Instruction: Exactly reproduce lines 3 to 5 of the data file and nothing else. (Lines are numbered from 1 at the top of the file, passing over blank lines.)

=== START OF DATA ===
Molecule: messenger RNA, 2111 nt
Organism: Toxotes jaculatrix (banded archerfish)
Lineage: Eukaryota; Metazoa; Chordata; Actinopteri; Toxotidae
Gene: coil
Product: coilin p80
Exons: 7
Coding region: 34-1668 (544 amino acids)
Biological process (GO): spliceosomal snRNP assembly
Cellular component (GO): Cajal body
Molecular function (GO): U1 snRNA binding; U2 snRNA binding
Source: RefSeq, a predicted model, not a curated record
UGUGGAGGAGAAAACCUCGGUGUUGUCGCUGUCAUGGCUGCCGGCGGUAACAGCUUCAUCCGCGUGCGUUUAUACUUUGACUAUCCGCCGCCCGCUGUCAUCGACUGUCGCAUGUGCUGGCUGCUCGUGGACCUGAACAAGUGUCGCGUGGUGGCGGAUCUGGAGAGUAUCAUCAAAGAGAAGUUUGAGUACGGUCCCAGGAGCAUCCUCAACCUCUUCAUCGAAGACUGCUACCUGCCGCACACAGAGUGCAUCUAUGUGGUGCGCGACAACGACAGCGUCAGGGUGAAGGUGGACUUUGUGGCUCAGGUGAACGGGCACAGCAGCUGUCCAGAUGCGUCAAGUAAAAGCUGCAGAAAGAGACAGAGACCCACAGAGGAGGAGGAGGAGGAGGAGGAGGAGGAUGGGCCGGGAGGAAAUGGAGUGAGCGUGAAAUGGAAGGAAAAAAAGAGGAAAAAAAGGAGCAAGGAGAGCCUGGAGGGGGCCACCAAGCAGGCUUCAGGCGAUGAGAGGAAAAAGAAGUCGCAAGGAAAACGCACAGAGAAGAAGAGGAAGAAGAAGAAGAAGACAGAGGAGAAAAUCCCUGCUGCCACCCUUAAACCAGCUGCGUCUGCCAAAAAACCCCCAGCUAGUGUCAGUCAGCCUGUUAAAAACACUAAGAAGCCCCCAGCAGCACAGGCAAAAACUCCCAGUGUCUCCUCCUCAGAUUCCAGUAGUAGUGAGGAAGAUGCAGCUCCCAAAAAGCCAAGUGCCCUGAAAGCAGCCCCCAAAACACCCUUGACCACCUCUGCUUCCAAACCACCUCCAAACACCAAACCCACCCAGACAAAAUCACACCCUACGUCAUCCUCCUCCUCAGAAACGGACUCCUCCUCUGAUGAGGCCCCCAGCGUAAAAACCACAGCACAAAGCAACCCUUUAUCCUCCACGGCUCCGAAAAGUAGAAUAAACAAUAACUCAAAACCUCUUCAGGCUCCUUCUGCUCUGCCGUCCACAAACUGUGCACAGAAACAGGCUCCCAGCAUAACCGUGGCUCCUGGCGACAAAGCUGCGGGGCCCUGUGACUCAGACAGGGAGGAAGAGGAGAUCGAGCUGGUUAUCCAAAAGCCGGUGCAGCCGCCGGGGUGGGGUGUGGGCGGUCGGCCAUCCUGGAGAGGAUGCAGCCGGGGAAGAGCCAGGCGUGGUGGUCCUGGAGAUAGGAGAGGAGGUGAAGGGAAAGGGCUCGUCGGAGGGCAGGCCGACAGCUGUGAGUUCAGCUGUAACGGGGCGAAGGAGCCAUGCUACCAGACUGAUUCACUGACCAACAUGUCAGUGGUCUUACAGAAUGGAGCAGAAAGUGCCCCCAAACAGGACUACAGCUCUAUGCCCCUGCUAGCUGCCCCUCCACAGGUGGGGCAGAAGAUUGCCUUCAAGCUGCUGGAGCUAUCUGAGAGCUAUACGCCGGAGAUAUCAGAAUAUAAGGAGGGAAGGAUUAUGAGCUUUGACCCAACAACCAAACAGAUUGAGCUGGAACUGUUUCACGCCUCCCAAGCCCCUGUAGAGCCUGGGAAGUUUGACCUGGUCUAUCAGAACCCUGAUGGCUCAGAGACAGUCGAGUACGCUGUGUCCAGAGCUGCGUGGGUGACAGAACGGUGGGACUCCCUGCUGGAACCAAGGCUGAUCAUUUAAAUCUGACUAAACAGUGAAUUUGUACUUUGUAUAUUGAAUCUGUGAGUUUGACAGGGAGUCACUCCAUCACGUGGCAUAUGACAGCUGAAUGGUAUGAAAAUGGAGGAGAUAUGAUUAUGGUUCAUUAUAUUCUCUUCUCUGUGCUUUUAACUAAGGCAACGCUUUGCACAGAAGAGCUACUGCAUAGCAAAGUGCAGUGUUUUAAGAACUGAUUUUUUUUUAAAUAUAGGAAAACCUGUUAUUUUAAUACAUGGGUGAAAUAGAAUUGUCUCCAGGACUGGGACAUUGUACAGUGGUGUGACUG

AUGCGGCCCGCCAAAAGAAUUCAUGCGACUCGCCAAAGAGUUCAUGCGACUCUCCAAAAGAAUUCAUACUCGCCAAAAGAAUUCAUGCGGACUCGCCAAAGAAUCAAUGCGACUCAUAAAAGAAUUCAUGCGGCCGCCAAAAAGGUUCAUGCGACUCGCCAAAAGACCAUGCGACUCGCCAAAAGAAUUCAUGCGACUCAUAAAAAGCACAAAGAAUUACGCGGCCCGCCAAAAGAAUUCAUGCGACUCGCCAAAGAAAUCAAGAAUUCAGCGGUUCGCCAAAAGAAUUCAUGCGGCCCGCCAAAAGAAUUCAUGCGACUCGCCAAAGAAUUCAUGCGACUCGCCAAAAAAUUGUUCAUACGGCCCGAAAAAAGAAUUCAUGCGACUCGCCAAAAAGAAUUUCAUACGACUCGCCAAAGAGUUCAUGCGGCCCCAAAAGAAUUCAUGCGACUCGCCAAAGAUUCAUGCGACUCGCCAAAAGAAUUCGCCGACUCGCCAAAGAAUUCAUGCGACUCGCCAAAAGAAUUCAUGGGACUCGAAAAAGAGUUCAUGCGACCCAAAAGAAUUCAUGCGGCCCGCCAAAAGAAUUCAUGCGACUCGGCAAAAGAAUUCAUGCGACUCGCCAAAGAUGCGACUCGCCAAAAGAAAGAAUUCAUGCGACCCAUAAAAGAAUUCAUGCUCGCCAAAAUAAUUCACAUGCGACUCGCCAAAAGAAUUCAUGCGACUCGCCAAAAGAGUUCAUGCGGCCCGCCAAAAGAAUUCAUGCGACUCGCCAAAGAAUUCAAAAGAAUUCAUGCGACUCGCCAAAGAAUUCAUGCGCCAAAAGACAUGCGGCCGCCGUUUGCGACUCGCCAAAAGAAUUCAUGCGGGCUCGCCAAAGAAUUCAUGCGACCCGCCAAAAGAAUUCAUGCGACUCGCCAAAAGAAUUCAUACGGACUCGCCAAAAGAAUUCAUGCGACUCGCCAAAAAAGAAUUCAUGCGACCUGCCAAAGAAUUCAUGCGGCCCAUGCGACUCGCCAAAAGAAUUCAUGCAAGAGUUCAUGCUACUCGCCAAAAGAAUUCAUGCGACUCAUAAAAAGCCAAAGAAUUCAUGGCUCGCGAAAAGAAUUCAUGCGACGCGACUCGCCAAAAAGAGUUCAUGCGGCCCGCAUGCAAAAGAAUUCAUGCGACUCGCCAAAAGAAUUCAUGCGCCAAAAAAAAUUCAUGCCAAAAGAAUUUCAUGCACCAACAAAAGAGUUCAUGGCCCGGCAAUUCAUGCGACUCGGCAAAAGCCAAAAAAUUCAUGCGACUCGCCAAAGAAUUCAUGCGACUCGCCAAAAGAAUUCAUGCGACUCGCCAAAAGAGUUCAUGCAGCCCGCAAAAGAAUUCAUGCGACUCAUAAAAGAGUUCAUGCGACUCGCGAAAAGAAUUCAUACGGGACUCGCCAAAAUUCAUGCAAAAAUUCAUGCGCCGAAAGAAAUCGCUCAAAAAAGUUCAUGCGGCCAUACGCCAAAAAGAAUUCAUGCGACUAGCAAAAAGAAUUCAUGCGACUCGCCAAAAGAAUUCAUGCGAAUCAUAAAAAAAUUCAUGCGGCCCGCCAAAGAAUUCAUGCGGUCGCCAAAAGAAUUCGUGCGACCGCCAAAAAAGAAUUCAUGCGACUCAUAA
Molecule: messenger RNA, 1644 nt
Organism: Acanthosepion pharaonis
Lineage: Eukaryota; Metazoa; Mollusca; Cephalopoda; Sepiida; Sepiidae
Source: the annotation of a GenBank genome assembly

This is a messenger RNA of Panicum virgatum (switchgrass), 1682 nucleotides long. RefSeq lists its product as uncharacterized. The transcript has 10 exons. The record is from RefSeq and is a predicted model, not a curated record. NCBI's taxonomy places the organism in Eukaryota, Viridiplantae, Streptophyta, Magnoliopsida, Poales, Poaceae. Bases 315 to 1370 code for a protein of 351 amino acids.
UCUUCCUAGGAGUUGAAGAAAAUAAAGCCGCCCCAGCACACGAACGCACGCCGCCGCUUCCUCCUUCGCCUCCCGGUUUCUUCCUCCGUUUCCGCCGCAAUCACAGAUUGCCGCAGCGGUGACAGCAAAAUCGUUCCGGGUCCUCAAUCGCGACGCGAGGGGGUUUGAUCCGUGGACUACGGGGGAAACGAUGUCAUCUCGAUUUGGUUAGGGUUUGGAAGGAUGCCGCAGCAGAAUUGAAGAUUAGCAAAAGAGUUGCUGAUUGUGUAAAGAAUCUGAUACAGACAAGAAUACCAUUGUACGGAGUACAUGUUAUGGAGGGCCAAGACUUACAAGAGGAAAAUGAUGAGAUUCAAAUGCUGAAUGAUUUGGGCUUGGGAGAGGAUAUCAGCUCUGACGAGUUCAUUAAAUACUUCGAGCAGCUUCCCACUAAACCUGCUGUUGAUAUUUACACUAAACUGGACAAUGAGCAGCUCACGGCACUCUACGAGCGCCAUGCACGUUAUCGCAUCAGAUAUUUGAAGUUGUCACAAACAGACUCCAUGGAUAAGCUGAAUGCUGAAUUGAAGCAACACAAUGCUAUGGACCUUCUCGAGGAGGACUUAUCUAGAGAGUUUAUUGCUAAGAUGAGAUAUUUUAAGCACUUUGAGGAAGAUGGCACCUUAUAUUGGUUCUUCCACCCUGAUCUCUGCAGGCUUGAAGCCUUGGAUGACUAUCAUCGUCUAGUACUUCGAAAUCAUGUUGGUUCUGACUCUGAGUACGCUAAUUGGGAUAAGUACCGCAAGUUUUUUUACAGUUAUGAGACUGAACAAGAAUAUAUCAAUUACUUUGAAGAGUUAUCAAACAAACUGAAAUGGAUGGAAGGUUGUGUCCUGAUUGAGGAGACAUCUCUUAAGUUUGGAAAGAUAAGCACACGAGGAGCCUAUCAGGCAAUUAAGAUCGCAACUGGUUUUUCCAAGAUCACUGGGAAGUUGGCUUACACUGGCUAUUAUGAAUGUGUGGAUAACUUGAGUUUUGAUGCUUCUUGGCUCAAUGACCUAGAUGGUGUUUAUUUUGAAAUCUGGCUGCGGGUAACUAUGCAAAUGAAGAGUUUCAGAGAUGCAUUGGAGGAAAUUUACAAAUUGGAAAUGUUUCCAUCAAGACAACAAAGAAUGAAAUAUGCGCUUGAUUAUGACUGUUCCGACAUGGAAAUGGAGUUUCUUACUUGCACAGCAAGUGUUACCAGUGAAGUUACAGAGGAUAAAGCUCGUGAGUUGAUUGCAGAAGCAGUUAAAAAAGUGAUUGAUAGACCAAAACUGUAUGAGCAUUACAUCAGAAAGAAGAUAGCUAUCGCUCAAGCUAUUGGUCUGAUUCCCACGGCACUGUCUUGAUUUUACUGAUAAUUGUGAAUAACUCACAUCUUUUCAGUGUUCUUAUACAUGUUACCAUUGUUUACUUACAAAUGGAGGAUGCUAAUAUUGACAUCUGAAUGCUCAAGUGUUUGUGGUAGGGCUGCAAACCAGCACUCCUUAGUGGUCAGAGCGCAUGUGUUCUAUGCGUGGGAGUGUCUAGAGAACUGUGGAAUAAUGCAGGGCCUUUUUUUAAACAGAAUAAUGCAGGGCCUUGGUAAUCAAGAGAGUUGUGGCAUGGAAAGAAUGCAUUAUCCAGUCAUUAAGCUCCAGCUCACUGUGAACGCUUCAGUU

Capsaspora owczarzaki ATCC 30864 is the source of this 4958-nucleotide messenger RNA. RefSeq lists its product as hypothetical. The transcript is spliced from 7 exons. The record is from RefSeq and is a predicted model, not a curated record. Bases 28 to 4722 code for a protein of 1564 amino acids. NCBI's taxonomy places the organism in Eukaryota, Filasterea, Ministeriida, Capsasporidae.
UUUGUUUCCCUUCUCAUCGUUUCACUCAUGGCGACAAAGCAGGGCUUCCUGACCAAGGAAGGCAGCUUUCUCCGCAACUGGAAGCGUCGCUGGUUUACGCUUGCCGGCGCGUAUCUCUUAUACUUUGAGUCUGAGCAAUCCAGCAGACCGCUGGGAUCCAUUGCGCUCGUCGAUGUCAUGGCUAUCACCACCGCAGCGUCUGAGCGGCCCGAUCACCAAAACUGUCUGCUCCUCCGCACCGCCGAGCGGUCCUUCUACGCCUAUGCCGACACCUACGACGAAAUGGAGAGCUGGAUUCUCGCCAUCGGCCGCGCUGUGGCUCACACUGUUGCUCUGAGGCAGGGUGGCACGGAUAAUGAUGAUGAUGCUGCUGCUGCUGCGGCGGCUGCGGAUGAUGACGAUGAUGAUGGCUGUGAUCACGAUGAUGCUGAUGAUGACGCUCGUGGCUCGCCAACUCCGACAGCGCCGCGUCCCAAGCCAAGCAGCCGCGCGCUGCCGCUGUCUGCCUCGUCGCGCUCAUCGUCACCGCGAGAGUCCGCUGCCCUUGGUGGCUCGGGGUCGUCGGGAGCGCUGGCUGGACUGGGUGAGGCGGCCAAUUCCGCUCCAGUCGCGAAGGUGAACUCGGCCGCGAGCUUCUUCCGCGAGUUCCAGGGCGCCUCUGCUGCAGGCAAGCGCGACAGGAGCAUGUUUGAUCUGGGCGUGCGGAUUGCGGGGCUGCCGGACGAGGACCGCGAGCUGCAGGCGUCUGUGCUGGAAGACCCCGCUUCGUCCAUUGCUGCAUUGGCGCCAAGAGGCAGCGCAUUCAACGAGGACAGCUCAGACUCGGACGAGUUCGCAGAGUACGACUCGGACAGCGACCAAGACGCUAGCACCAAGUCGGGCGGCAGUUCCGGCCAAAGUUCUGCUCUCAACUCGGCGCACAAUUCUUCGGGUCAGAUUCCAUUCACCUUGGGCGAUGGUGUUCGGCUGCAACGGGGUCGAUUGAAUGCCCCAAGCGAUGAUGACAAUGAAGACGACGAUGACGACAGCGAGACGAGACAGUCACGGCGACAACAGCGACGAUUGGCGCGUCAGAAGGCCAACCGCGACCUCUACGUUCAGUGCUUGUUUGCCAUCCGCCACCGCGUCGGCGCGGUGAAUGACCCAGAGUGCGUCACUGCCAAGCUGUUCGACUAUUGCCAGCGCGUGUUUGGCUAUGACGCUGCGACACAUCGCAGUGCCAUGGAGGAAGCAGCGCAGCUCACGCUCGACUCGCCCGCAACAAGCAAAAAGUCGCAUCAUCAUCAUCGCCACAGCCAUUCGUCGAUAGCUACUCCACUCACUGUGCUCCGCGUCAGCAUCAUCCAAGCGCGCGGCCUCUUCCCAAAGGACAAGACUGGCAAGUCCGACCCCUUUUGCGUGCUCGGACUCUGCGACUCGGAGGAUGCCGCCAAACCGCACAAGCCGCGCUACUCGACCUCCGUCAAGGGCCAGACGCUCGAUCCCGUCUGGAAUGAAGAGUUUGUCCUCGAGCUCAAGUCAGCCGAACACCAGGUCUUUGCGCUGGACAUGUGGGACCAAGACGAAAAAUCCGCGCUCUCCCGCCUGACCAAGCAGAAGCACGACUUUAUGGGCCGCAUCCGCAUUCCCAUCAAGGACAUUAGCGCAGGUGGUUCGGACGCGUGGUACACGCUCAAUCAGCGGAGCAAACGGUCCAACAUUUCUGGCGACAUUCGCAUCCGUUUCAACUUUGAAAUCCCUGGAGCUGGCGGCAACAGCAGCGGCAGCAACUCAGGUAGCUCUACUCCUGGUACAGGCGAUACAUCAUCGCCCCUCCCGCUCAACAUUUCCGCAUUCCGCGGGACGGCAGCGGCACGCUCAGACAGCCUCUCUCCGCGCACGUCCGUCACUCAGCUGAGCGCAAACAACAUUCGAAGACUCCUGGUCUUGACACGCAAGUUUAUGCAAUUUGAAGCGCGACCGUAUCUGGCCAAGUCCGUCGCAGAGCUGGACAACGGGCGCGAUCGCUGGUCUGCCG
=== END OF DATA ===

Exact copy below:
Lineage: Eukaryota; Metazoa; Chordata; Actinopteri; Toxotidae
Gene: coil
Product: coilin p80